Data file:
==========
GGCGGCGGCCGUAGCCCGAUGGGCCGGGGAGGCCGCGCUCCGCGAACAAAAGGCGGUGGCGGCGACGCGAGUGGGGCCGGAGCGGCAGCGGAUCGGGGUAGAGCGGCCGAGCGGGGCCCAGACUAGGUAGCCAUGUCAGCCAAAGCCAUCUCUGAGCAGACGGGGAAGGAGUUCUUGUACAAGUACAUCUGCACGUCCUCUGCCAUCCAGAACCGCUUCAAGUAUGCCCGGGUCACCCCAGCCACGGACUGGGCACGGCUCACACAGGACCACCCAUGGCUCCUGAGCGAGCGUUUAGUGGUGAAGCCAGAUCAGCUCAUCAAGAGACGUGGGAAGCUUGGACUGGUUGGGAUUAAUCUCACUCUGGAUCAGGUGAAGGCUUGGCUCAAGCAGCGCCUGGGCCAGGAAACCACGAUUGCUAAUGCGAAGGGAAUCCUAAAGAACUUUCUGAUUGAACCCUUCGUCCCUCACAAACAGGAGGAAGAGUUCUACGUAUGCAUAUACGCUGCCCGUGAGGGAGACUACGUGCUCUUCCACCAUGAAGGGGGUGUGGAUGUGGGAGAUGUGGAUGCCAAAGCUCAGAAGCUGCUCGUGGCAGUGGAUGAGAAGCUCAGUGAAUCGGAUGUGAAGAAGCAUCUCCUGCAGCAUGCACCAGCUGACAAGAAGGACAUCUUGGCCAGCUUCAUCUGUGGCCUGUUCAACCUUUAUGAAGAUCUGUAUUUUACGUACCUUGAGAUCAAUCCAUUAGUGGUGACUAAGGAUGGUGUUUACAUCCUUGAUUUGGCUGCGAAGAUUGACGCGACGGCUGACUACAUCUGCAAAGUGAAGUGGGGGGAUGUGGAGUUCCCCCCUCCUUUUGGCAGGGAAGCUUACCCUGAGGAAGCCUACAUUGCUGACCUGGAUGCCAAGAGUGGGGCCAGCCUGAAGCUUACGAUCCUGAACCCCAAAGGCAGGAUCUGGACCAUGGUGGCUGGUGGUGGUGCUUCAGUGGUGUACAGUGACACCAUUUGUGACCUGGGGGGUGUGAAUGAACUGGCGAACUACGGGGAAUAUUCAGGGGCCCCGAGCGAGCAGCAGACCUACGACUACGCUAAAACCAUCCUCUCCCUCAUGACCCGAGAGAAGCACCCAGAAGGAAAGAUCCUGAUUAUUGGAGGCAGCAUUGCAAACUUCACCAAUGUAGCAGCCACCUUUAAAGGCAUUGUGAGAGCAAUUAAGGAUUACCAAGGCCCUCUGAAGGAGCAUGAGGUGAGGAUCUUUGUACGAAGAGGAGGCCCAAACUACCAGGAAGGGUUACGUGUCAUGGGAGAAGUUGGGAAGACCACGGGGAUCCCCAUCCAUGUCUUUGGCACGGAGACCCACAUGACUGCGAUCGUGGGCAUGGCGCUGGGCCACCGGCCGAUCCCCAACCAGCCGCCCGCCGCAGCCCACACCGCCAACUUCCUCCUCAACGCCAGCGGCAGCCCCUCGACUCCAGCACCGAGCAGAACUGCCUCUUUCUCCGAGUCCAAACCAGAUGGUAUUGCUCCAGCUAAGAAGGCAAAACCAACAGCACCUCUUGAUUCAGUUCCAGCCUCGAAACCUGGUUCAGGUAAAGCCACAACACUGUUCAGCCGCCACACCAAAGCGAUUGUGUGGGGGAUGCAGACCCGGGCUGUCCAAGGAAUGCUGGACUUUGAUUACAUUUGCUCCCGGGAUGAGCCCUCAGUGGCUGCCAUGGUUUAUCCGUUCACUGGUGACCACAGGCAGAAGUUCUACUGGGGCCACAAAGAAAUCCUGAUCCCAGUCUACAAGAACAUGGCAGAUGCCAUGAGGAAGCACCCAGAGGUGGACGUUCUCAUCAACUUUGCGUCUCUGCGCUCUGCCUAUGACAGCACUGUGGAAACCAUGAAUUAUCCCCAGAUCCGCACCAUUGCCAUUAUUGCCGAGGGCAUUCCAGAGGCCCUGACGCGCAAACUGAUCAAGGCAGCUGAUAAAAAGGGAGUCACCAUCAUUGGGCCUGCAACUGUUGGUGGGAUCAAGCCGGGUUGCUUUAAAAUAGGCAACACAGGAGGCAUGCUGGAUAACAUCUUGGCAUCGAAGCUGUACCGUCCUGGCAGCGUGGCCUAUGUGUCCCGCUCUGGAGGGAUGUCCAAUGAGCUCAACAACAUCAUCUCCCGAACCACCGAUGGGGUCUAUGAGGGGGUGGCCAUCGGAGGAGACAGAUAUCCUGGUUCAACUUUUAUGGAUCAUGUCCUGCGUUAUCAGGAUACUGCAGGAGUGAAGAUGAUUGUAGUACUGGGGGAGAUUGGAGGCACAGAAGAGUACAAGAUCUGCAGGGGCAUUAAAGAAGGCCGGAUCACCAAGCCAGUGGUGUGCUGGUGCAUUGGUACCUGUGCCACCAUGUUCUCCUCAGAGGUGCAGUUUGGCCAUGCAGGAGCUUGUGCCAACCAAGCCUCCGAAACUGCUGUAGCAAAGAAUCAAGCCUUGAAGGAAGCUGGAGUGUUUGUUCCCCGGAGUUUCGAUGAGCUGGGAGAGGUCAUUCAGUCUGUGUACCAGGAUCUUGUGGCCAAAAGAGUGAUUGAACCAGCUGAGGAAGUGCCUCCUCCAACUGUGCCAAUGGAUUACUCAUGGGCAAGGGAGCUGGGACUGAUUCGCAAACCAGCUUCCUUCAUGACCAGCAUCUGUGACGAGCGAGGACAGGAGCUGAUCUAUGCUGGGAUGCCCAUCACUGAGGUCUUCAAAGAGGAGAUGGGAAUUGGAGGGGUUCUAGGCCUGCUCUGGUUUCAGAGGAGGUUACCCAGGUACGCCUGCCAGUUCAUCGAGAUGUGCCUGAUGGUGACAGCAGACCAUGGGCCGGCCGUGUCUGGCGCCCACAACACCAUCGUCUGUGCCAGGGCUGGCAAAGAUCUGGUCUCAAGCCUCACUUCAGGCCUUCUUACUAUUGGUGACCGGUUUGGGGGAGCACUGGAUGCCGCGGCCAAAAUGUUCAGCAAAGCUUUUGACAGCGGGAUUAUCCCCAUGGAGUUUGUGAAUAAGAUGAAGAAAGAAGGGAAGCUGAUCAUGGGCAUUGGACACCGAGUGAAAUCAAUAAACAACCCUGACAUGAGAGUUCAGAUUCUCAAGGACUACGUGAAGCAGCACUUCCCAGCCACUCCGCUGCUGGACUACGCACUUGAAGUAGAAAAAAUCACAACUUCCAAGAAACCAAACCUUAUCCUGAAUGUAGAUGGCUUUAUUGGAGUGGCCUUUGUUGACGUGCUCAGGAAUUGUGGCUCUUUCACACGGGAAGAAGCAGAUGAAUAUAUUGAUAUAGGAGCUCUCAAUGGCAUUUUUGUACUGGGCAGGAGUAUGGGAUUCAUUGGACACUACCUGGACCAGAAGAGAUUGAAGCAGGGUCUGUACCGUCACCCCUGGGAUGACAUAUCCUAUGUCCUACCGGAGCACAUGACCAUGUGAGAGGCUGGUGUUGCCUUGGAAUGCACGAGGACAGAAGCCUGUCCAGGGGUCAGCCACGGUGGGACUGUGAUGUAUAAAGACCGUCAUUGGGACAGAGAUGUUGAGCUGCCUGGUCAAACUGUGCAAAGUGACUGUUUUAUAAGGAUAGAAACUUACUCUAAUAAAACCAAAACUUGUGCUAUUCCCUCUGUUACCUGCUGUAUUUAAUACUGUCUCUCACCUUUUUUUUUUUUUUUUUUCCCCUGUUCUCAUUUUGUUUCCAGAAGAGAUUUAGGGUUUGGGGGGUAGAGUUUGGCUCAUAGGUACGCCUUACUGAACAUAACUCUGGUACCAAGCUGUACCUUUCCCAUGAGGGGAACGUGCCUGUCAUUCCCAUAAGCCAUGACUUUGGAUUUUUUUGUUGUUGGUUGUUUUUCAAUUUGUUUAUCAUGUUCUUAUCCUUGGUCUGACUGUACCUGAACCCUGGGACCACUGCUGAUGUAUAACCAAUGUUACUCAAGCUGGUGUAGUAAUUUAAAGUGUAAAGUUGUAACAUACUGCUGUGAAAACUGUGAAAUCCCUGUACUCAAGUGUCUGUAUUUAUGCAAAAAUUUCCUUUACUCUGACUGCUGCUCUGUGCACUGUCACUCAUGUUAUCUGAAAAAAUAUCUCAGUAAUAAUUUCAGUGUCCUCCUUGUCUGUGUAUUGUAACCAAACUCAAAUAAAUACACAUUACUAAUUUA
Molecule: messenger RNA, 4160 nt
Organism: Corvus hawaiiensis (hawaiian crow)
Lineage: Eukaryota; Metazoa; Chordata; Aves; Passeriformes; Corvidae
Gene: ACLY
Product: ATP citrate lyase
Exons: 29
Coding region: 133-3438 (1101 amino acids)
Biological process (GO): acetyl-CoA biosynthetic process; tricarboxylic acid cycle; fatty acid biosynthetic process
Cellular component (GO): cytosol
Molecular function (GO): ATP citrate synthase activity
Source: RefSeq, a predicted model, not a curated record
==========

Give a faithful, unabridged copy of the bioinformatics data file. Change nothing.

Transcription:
GGCGGCGGCCGUAGCCCGAUGGGCCGGGGAGGCCGCGCUCCGCGAACAAAAGGCGGUGGCGGCGACGCGAGUGGGGCCGGAGCGGCAGCGGAUCGGGGUAGAGCGGCCGAGCGGGGCCCAGACUAGGUAGCCAUGUCAGCCAAAGCCAUCUCUGAGCAGACGGGGAAGGAGUUCUUGUACAAGUACAUCUGCACGUCCUCUGCCAUCCAGAACCGCUUCAAGUAUGCCCGGGUCACCCCAGCCACGGACUGGGCACGGCUCACACAGGACCACCCAUGGCUCCUGAGCGAGCGUUUAGUGGUGAAGCCAGAUCAGCUCAUCAAGAGACGUGGGAAGCUUGGACUGGUUGGGAUUAAUCUCACUCUGGAUCAGGUGAAGGCUUGGCUCAAGCAGCGCCUGGGCCAGGAAACCACGAUUGCUAAUGCGAAGGGAAUCCUAAAGAACUUUCUGAUUGAACCCUUCGUCCCUCACAAACAGGAGGAAGAGUUCUACGUAUGCAUAUACGCUGCCCGUGAGGGAGACUACGUGCUCUUCCACCAUGAAGGGGGUGUGGAUGUGGGAGAUGUGGAUGCCAAAGCUCAGAAGCUGCUCGUGGCAGUGGAUGAGAAGCUCAGUGAAUCGGAUGUGAAGAAGCAUCUCCUGCAGCAUGCACCAGCUGACAAGAAGGACAUCUUGGCCAGCUUCAUCUGUGGCCUGUUCAACCUUUAUGAAGAUCUGUAUUUUACGUACCUUGAGAUCAAUCCAUUAGUGGUGACUAAGGAUGGUGUUUACAUCCUUGAUUUGGCUGCGAAGAUUGACGCGACGGCUGACUACAUCUGCAAAGUGAAGUGGGGGGAUGUGGAGUUCCCCCCUCCUUUUGGCAGGGAAGCUUACCCUGAGGAAGCCUACAUUGCUGACCUGGAUGCCAAGAGUGGGGCCAGCCUGAAGCUUACGAUCCUGAACCCCAAAGGCAGGAUCUGGACCAUGGUGGCUGGUGGUGGUGCUUCAGUGGUGUACAGUGACACCAUUUGUGACCUGGGGGGUGUGAAUGAACUGGCGAACUACGGGGAAUAUUCAGGGGCCCCGAGCGAGCAGCAGACCUACGACUACGCUAAAACCAUCCUCUCCCUCAUGACCCGAGAGAAGCACCCAGAAGGAAAGAUCCUGAUUAUUGGAGGCAGCAUUGCAAACUUCACCAAUGUAGCAGCCACCUUUAAAGGCAUUGUGAGAGCAAUUAAGGAUUACCAAGGCCCUCUGAAGGAGCAUGAGGUGAGGAUCUUUGUACGAAGAGGAGGCCCAAACUACCAGGAAGGGUUACGUGUCAUGGGAGAAGUUGGGAAGACCACGGGGAUCCCCAUCCAUGUCUUUGGCACGGAGACCCACAUGACUGCGAUCGUGGGCAUGGCGCUGGGCCACCGGCCGAUCCCCAACCAGCCGCCCGCCGCAGCCCACACCGCCAACUUCCUCCUCAACGCCAGCGGCAGCCCCUCGACUCCAGCACCGAGCAGAACUGCCUCUUUCUCCGAGUCCAAACCAGAUGGUAUUGCUCCAGCUAAGAAGGCAAAACCAACAGCACCUCUUGAUUCAGUUCCAGCCUCGAAACCUGGUUCAGGUAAAGCCACAACACUGUUCAGCCGCCACACCAAAGCGAUUGUGUGGGGGAUGCAGACCCGGGCUGUCCAAGGAAUGCUGGACUUUGAUUACAUUUGCUCCCGGGAUGAGCCCUCAGUGGCUGCCAUGGUUUAUCCGUUCACUGGUGACCACAGGCAGAAGUUCUACUGGGGCCACAAAGAAAUCCUGAUCCCAGUCUACAAGAACAUGGCAGAUGCCAUGAGGAAGCACCCAGAGGUGGACGUUCUCAUCAACUUUGCGUCUCUGCGCUCUGCCUAUGACAGCACUGUGGAAACCAUGAAUUAUCCCCAGAUCCGCACCAUUGCCAUUAUUGCCGAGGGCAUUCCAGAGGCCCUGACGCGCAAACUGAUCAAGGCAGCUGAUAAAAAGGGAGUCACCAUCAUUGGGCCUGCAACUGUUGGUGGGAUCAAGCCGGGUUGCUUUAAAAUAGGCAACACAGGAGGCAUGCUGGAUAACAUCUUGGCAUCGAAGCUGUACCGUCCUGGCAGCGUGGCCUAUGUGUCCCGCUCUGGAGGGAUGUCCAAUGAGCUCAACAACAUCAUCUCCCGAACCACCGAUGGGGUCUAUGAGGGGGUGGCCAUCGGAGGAGACAGAUAUCCUGGUUCAACUUUUAUGGAUCAUGUCCUGCGUUAUCAGGAUACUGCAGGAGUGAAGAUGAUUGUAGUACUGGGGGAGAUUGGAGGCACAGAAGAGUACAAGAUCUGCAGGGGCAUUAAAGAAGGCCGGAUCACCAAGCCAGUGGUGUGCUGGUGCAUUGGUACCUGUGCCACCAUGUUCUCCUCAGAGGUGCAGUUUGGCCAUGCAGGAGCUUGUGCCAACCAAGCCUCCGAAACUGCUGUAGCAAAGAAUCAAGCCUUGAAGGAAGCUGGAGUGUUUGUUCCCCGGAGUUUCGAUGAGCUGGGAGAGGUCAUUCAGUCUGUGUACCAGGAUCUUGUGGCCAAAAGAGUGAUUGAACCAGCUGAGGAAGUGCCUCCUCCAACUGUGCCAAUGGAUUACUCAUGGGCAAGGGAGCUGGGACUGAUUCGCAAACCAGCUUCCUUCAUGACCAGCAUCUGUGACGAGCGAGGACAGGAGCUGAUCUAUGCUGGGAUGCCCAUCACUGAGGUCUUCAAAGAGGAGAUGGGAAUUGGAGGGGUUCUAGGCCUGCUCUGGUUUCAGAGGAGGUUACCCAGGUACGCCUGCCAGUUCAUCGAGAUGUGCCUGAUGGUGACAGCAGACCAUGGGCCGGCCGUGUCUGGCGCCCACAACACCAUCGUCUGUGCCAGGGCUGGCAAAGAUCUGGUCUCAAGCCUCACUUCAGGCCUUCUUACUAUUGGUGACCGGUUUGGGGGAGCACUGGAUGCCGCGGCCAAAAUGUUCAGCAAAGCUUUUGACAGCGGGAUUAUCCCCAUGGAGUUUGUGAAUAAGAUGAAGAAAGAAGGGAAGCUGAUCAUGGGCAUUGGACACCGAGUGAAAUCAAUAAACAACCCUGACAUGAGAGUUCAGAUUCUCAAGGACUACGUGAAGCAGCACUUCCCAGCCACUCCGCUGCUGGACUACGCACUUGAAGUAGAAAAAAUCACAACUUCCAAGAAACCAAACCUUAUCCUGAAUGUAGAUGGCUUUAUUGGAGUGGCCUUUGUUGACGUGCUCAGGAAUUGUGGCUCUUUCACACGGGAAGAAGCAGAUGAAUAUAUUGAUAUAGGAGCUCUCAAUGGCAUUUUUGUACUGGGCAGGAGUAUGGGAUUCAUUGGACACUACCUGGACCAGAAGAGAUUGAAGCAGGGUCUGUACCGUCACCCCUGGGAUGACAUAUCCUAUGUCCUACCGGAGCACAUGACCAUGUGAGAGGCUGGUGUUGCCUUGGAAUGCACGAGGACAGAAGCCUGUCCAGGGGUCAGCCACGGUGGGACUGUGAUGUAUAAAGACCGUCAUUGGGACAGAGAUGUUGAGCUGCCUGGUCAAACUGUGCAAAGUGACUGUUUUAUAAGGAUAGAAACUUACUCUAAUAAAACCAAAACUUGUGCUAUUCCCUCUGUUACCUGCUGUAUUUAAUACUGUCUCUCACCUUUUUUUUUUUUUUUUUUCCCCUGUUCUCAUUUUGUUUCCAGAAGAGAUUUAGGGUUUGGGGGGUAGAGUUUGGCUCAUAGGUACGCCUUACUGAACAUAACUCUGGUACCAAGCUGUACCUUUCCCAUGAGGGGAACGUGCCUGUCAUUCCCAUAAGCCAUGACUUUGGAUUUUUUUGUUGUUGGUUGUUUUUCAAUUUGUUUAUCAUGUUCUUAUCCUUGGUCUGACUGUACCUGAACCCUGGGACCACUGCUGAUGUAUAACCAAUGUUACUCAAGCUGGUGUAGUAAUUUAAAGUGUAAAGUUGUAACAUACUGCUGUGAAAACUGUGAAAUCCCUGUACUCAAGUGUCUGUAUUUAUGCAAAAAUUUCCUUUACUCUGACUGCUGCUCUGUGCACUGUCACUCAUGUUAUCUGAAAAAAUAUCUCAGUAAUAAUUUCAGUGUCCUCCUUGUCUGUGUAUUGUAACCAAACUCAAAUAAAUACACAUUACUAAUUUA
Molecule: messenger RNA, 4160 nt
Organism: Corvus hawaiiensis (hawaiian crow)
Lineage: Eukaryota; Metazoa; Chordata; Aves; Passeriformes; Corvidae
Gene: ACLY
Product: ATP citrate lyase
Exons: 29
Coding region: 133-3438 (1101 amino acids)
Biological process (GO): acetyl-CoA biosynthetic process; tricarboxylic acid cycle; fatty acid biosynthetic process
Cellular component (GO): cytosol
Molecular function (GO): ATP citrate synthase activity
Source: RefSeq, a predicted model, not a curated record